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miércoles, 6 de abril de 2011

Vivamos, Lesbia mía y amémosnos

Source (Excerpts)
Very little is objectively known of the life of Gaius Valerius Catullus. It is believed that he was born in Verona in 84 B.C. to a wealthy and well-connected family. Catullus' father was a friend of Julius Caesar. He died in Rome in 54 B.C. at the age of thirty. From his poems it is known that he went to Bithynia as an aide to the governor of that province in 57-56 B.C. We also know from Cicero that Catullus was one of the "neoteric" or new poets. Whereas the majority of poets in Rome at that time produced epic poems, often commissioned by aristocratic families, Catullus and other neoteric rejected the epic and its public themes. The neoteric poets used colloquial language to write about personal experience. Their poems are mostly smaller lyrics that are characterized by wit and erudition. Aside from these facts, what is known of the life of Catullus comes from the thoughts expressed in his poems.
The knowledge of Catullus' poems comes from a single manuscript that survived the Dark Ages. This manuscript was discovered in Verona in around 1305 and disappeared again at the end of the century. Two copies of it, however, were made and one survives in the Bodleian Library in Oxford. The other copy, which was believed to be owned by Petrarch, was also lost. The surviving copy contains 116 poems in three sections: sixty shorter poems written mostly in Greek lyric meters, primarily hendecasyllabic or eleven-syllable lines; eight long poems; and a set of short epigrams.
The shorter poems are often extremely playful and personal. Catullus speaks directly to his friends in a casual voice. For instance, the dedication poem begins with the lines "To whom am I giving my charming, new, little book / polished just now with the dry pumice stone? / Cornelius, to you: for you were the one / who thought this rubbish was something . . ." The short lyrics are often funny, and on occasion extremely crude. He also used these poems to explore the limits of friendship and love. He wrote twenty-five poems to a woman he named Lesbia, offering both erotic banter as well as heartbreak at her infidelity and their eventual breakup. English poets such as Ben Jonson and Christopher Marlowe wrote imitations of these poems, particularly poem five, which begins "Let us live, my Lesbia, and let us love."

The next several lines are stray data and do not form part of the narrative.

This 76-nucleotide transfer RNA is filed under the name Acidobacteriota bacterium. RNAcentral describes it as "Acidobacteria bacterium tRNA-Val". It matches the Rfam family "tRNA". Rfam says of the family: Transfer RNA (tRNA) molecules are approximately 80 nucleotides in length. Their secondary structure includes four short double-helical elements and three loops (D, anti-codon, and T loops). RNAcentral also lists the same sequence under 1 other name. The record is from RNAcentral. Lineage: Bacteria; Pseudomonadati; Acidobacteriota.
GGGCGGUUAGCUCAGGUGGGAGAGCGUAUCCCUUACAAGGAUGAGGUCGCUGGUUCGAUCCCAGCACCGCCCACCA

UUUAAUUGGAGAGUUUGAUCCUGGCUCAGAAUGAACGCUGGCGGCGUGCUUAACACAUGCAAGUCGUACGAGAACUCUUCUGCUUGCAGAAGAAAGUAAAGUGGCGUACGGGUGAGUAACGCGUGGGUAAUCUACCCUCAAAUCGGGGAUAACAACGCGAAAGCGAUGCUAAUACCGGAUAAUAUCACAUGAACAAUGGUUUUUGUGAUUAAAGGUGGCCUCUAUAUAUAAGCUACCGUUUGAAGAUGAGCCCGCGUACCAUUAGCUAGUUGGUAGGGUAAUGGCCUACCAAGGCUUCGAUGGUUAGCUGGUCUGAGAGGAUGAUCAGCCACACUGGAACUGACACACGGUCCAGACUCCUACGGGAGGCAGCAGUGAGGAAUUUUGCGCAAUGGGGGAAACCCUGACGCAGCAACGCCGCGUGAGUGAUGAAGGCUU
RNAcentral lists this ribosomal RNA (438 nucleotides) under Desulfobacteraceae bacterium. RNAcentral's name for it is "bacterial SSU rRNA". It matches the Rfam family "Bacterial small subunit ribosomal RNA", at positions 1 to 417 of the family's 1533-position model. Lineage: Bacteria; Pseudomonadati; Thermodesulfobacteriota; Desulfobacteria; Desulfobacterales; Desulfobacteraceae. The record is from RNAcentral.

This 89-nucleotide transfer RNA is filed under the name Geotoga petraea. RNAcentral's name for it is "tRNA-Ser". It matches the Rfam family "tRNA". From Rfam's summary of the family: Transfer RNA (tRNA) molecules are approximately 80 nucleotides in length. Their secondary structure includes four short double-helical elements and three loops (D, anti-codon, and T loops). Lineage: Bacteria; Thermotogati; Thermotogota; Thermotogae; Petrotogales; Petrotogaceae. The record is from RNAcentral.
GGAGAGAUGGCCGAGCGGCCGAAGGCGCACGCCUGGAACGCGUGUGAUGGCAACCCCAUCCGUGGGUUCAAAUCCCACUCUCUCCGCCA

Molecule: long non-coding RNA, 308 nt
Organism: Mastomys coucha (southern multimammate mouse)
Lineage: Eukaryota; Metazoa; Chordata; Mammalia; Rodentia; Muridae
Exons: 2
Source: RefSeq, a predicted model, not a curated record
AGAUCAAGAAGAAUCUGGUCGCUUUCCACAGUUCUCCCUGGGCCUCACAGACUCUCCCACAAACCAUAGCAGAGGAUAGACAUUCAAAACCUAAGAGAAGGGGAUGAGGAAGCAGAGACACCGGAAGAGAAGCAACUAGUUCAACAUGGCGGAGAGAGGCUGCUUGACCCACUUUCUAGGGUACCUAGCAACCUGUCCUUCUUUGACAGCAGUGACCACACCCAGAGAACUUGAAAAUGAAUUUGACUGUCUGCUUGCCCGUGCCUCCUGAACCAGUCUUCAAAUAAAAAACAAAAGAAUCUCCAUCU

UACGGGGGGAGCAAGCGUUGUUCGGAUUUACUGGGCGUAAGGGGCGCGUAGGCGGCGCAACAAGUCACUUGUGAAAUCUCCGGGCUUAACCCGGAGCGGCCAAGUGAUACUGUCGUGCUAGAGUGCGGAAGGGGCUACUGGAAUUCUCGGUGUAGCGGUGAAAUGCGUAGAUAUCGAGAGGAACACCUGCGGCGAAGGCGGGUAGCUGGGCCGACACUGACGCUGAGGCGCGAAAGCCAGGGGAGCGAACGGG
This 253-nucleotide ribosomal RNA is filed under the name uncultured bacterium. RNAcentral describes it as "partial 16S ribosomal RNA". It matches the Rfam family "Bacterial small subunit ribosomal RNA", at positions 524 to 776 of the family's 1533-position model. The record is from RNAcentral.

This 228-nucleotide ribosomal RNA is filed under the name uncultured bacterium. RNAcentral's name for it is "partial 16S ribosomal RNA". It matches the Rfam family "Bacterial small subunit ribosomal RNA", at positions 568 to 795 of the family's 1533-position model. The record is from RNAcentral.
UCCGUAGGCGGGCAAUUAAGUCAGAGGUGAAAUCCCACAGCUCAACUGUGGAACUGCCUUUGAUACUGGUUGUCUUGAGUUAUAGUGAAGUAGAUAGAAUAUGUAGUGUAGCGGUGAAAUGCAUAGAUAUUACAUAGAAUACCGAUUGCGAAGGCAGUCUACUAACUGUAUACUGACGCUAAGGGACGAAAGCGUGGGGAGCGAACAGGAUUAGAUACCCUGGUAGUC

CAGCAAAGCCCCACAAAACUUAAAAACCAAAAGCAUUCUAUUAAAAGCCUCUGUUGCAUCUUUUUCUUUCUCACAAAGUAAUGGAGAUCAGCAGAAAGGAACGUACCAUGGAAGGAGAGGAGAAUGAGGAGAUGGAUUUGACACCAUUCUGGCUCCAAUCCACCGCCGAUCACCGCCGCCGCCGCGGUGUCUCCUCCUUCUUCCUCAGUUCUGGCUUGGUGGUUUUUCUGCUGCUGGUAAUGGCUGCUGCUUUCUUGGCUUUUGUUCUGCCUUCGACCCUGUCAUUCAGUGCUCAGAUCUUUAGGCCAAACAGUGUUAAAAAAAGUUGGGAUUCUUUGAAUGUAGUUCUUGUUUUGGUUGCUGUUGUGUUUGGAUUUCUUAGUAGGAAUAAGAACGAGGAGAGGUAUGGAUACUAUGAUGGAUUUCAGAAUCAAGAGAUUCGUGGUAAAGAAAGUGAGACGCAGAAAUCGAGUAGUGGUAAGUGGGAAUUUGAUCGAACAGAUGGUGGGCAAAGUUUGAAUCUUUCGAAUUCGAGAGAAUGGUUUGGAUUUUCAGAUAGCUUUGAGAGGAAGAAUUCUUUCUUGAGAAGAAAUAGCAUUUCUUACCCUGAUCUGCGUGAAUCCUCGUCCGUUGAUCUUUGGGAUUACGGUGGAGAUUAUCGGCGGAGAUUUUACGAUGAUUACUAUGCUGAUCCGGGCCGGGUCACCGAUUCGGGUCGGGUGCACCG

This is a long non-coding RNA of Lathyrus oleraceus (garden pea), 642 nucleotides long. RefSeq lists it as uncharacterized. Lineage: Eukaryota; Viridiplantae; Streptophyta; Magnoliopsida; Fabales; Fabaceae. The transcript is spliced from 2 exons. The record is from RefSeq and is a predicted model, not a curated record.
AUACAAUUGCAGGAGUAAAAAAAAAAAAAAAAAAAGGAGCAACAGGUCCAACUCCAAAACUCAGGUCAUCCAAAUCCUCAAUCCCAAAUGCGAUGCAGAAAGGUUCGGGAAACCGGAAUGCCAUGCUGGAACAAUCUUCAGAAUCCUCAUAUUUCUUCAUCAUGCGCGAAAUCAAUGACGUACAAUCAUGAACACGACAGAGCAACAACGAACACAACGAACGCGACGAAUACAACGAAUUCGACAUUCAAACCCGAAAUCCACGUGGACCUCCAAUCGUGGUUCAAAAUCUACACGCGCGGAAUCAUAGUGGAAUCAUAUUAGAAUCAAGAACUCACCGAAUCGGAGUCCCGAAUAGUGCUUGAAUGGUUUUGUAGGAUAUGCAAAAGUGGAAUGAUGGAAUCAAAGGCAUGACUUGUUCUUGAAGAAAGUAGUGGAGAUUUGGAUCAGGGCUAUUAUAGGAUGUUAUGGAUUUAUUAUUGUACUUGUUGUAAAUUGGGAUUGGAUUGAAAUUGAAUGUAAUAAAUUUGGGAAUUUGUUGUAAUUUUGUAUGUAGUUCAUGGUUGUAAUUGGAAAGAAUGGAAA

Let Us Live and Love (5)
My sweetest Lesbia, let us live and love;
And though the sager sort our deeds reprove,
Let us not weigh them. Heaven's great lamps of five
Into their west, and straight again revive;
But, soon as once set is our little light,
Then must we sleep one ever-during night.

If all would lead their lives in love like me,
Then bloody swords and armor should not be;
No drum nor trumpet peaceful sleeps should move,
Unless alarm came from camp of love.
But fools do live and waster their little light,
And seek with pain their ever-during night.

When timely death my life and fortune ends,
Let not my hearse be vexed with mourning friends;
But let all lovers rich in triumph come,
And with sweet pastime grace my happy tomb.
And, Lesbia, close up thou my little light,
And crown with love by ever-during night. 

Viuamus, mea Lesbia, atque amemus, 
rumoresque senum seueriorum 
omnes unius aestimemus assis. 
Soles occidere et redire possunt: 
nobis, cum semel occidit breuis lux,  
nox est perpetua una dormienda. 
Da mi basia mille, deinde centum, 
dein mille altera, dein secunda centum,  
deinde usque altera mille, deinde centum. 
Dein, cum milia multa fecerimus, 
conturbabimus illa, ne sciamus, 
aut nequis malus inuidere possit, 
cum tantum sciat esse basiorum. 

Vivamos, Lesbia mía y amémosnos, 
hagamos caso omiso a todas las 
habladurías de los ancianos 
en exceso escrupulosos. 
Los astros pueden ocultarse y reaparecer, 
pero nosotros tendremos que dormir en noche 
perpetua tan pronto como se apague 
la breve llama de nuestra vida. 
Dame mil besos y después cien, 
otros mil luego, luego otros cien. 
Empieza de nuevo hasta llegar 
a otros mil y a otros cien. 

Después, cuando hayamos acumulado muchos miles, 
los revolveremos todos para perder la cuenta o para que 
ningún malvado envidioso sea capaz de embrujarnos 
cuando sepa que nos hemos dado tantos besos.  

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